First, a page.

BACKGROUND: Indocyanine green videoangiography (IGV) raises important limitations when we use it in vascular pathology, especially in cases with arterialization of the venous system such as arteriovenous malformations and fistulae.
OBJECTIVE: Our objective was to provide a simple procedure that overcomes the limitations of conventional IGV. We define IGV in negative (IGV-IN), so-called because, in its first phase, the vessel to analyze is clipped, and we report 3 cases of intracranial dural arteriovenous fistulae treated with this procedure.
METHODS: In 2011, we applied IGV-IN to 3 patients at our center with Borden type III intracranial arteriovenous fistulae.
RESULTS: In all 3 cases, IGV-IN enabled both diagnosis and post-dural arteriovenous fistula exclusion control in 1 integrated procedure no longer than 1 minute, requiring only 1 visualization.
CONCLUSION: IGV-IN is an improvement over the conventional IGV method and is able to provide more information in a shorter period of time. It is an intuitive and highly visual procedure, and, more importantly, it is reversible. Studies with larger samples are necessary to determine whether IGV-IN can further reduce the need for postoperative digital subtraction angiography.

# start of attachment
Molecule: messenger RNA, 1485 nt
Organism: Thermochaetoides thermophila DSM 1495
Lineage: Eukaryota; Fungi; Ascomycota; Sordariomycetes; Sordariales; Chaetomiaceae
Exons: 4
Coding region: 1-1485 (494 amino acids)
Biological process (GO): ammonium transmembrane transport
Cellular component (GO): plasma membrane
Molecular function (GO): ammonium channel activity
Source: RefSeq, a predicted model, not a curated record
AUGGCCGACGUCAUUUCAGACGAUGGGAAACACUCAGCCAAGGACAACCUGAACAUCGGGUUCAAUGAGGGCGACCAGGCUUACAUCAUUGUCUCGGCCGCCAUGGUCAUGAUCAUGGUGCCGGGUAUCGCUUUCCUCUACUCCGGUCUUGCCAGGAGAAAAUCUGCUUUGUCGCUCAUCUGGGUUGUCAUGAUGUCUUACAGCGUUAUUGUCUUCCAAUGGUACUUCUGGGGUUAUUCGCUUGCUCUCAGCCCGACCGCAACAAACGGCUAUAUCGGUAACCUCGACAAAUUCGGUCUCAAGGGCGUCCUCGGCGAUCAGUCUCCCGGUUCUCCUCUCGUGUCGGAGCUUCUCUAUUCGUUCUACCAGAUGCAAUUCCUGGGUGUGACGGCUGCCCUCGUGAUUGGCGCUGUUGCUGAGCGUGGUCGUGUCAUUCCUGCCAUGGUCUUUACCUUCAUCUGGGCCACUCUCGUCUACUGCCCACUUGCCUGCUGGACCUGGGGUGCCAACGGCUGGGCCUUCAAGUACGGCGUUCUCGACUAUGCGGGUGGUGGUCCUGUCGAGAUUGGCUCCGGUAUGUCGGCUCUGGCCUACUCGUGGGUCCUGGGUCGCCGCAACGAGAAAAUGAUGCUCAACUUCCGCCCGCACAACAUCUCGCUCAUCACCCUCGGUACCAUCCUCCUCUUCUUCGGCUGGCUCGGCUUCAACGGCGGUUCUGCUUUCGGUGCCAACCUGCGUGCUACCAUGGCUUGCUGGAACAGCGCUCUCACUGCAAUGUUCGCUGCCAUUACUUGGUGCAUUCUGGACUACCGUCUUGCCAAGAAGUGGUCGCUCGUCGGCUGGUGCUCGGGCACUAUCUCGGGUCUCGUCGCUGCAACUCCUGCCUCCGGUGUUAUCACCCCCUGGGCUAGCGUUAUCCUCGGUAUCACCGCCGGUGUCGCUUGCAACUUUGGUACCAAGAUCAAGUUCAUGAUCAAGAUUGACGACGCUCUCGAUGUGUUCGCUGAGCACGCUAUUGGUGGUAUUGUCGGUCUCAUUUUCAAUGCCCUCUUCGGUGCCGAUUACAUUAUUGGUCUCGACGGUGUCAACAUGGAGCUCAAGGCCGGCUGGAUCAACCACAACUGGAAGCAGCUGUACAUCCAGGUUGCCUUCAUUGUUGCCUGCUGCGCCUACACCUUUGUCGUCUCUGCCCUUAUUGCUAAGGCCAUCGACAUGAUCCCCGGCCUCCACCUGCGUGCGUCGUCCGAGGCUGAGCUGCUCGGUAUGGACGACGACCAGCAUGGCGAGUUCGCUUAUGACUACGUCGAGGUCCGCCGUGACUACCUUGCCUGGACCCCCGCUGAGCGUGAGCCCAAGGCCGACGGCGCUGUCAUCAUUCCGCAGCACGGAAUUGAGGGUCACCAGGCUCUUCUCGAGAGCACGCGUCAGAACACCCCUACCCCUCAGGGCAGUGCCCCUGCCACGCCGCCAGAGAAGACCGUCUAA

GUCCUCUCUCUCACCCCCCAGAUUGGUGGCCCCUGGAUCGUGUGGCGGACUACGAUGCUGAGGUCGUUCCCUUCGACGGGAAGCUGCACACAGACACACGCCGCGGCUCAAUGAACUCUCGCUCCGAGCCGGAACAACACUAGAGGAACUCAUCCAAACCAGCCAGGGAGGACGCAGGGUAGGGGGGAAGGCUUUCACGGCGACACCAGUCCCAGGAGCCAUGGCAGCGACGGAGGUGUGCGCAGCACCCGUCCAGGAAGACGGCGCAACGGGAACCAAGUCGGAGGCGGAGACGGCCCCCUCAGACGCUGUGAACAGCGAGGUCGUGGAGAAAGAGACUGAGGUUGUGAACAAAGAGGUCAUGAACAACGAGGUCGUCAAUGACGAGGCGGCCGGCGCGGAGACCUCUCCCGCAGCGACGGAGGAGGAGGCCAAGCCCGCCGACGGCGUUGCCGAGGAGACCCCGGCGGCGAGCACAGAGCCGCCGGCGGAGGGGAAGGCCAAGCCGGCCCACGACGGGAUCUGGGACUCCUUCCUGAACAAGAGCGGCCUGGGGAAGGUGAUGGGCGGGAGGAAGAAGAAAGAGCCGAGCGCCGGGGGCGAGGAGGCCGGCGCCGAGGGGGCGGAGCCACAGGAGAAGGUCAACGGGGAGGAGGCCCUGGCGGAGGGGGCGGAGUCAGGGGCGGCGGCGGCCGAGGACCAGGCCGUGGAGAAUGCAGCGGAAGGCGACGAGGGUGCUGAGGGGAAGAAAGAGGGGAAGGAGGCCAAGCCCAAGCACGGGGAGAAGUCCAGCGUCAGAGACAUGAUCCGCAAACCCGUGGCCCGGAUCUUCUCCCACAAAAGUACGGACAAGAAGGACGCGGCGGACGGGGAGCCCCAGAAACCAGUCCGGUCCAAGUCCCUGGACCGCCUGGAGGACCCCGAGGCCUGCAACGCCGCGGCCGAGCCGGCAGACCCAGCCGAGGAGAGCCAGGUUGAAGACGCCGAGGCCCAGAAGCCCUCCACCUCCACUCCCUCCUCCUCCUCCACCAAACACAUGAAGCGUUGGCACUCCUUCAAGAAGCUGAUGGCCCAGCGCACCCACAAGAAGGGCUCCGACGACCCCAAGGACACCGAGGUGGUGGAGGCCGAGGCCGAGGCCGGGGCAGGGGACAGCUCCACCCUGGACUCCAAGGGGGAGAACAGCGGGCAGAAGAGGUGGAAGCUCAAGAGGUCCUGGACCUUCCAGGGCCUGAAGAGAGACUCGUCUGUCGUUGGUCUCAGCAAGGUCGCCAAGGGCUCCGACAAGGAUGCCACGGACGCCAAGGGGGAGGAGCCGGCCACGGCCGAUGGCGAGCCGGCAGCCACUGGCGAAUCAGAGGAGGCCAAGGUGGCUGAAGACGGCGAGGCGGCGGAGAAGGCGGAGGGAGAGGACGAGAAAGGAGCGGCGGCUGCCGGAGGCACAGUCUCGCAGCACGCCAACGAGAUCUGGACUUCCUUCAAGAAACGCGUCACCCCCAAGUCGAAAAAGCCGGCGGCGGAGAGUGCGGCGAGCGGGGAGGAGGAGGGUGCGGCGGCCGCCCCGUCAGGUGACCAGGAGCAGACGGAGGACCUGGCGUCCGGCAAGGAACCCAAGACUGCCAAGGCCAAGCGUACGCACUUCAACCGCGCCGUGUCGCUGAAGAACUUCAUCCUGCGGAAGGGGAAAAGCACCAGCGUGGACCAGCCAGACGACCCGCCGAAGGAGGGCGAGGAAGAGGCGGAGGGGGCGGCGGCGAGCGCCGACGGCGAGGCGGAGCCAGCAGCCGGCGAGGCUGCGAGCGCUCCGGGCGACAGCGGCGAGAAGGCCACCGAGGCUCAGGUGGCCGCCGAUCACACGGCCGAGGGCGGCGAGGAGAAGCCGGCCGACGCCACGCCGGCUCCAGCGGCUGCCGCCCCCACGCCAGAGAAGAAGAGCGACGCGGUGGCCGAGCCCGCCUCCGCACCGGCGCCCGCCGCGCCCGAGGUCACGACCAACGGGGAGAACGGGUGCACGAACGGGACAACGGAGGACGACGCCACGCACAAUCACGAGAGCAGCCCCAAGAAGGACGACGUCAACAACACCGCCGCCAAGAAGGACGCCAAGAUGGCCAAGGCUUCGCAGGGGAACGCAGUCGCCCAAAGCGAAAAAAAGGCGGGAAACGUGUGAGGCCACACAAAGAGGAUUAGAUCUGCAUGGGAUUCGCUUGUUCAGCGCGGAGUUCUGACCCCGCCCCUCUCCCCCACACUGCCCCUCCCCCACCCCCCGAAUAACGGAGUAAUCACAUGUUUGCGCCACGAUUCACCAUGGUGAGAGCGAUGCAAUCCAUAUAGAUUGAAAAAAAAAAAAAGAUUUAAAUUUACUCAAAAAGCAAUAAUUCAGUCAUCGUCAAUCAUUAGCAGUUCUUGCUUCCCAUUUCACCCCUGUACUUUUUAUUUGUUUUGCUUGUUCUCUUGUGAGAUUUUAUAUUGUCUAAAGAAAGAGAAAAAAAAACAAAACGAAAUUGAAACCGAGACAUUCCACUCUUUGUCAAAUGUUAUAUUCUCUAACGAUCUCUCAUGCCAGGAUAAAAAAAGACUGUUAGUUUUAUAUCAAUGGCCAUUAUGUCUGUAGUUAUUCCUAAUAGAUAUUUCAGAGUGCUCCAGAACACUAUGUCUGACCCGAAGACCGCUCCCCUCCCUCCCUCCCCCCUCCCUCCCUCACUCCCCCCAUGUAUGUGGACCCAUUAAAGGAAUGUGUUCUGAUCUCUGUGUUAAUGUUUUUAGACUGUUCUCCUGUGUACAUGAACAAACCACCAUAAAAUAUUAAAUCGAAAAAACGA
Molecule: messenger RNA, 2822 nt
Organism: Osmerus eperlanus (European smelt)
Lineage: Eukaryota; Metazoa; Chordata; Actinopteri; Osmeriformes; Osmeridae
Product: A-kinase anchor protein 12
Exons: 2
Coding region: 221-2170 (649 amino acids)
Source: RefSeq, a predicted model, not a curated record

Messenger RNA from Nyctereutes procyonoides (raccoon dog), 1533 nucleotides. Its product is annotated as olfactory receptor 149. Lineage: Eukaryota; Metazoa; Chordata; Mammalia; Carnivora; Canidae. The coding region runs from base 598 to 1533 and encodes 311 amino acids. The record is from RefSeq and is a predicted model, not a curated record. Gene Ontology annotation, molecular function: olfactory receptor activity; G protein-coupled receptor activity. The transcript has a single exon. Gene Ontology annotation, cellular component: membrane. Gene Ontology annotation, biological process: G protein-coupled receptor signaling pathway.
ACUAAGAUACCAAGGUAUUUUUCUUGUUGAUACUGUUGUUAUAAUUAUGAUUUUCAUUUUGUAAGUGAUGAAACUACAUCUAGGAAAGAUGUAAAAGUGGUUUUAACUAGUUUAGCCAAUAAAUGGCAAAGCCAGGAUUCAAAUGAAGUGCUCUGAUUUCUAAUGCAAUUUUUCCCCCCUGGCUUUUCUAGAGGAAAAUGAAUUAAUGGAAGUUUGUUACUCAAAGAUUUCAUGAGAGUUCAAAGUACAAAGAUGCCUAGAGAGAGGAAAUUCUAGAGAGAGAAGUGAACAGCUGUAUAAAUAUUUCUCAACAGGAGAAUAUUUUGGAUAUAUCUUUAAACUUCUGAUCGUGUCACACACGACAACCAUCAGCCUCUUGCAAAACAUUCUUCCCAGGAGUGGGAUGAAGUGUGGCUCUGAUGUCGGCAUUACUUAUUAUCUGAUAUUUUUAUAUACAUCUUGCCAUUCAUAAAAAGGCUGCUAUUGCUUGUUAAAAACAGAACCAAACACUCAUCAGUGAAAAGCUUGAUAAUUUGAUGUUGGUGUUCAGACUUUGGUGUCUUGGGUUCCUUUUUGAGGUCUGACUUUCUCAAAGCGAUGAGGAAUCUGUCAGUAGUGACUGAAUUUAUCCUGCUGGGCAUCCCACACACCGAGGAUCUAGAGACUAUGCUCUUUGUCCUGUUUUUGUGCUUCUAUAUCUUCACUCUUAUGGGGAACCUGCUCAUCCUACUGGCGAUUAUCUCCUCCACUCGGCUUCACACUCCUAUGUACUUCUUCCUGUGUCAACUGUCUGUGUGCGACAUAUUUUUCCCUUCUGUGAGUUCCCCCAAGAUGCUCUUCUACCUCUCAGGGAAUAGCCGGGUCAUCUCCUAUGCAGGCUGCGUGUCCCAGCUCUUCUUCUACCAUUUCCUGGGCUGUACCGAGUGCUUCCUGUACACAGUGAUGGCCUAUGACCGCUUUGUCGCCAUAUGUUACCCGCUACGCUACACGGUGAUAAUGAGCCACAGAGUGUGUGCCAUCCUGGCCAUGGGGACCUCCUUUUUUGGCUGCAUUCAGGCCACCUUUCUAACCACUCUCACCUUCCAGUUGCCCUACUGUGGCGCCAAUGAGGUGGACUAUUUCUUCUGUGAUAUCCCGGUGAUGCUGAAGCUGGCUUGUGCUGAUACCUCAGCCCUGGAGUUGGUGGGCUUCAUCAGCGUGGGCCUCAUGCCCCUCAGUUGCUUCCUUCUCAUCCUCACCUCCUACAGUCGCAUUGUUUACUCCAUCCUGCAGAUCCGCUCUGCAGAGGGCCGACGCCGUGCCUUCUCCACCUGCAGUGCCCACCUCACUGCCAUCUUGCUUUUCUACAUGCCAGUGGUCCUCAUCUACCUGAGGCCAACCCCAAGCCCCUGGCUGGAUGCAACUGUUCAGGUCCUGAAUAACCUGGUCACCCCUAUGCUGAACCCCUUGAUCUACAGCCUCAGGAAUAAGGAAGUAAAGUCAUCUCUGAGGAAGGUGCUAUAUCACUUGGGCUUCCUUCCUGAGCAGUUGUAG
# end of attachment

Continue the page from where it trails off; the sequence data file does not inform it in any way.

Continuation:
ABBREVIATIONS: CPA, cerebellopontine angle
DSA, digital subtraction angiography
ICG, indocyanine green
IGV, indocyanine green videoangiography
IGV-IN, indocyanine green videoangiography in negative
IOA, intraoperative angiography
*Neurosurgical Department, HUyP La Fe de Valencia, Valencia, Spain
‡Neuroradiology Department, HUyP La Fe de Valencia, Valencia, Spain
Correspondence: J.A. Simal Julián, MD, Neurosurgical Department, Hospital La Fe, Blv Sur S/N, Valencia, Spain. E-mail: email@example.com
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Received August 17, 2012
Accepted December 12, 2012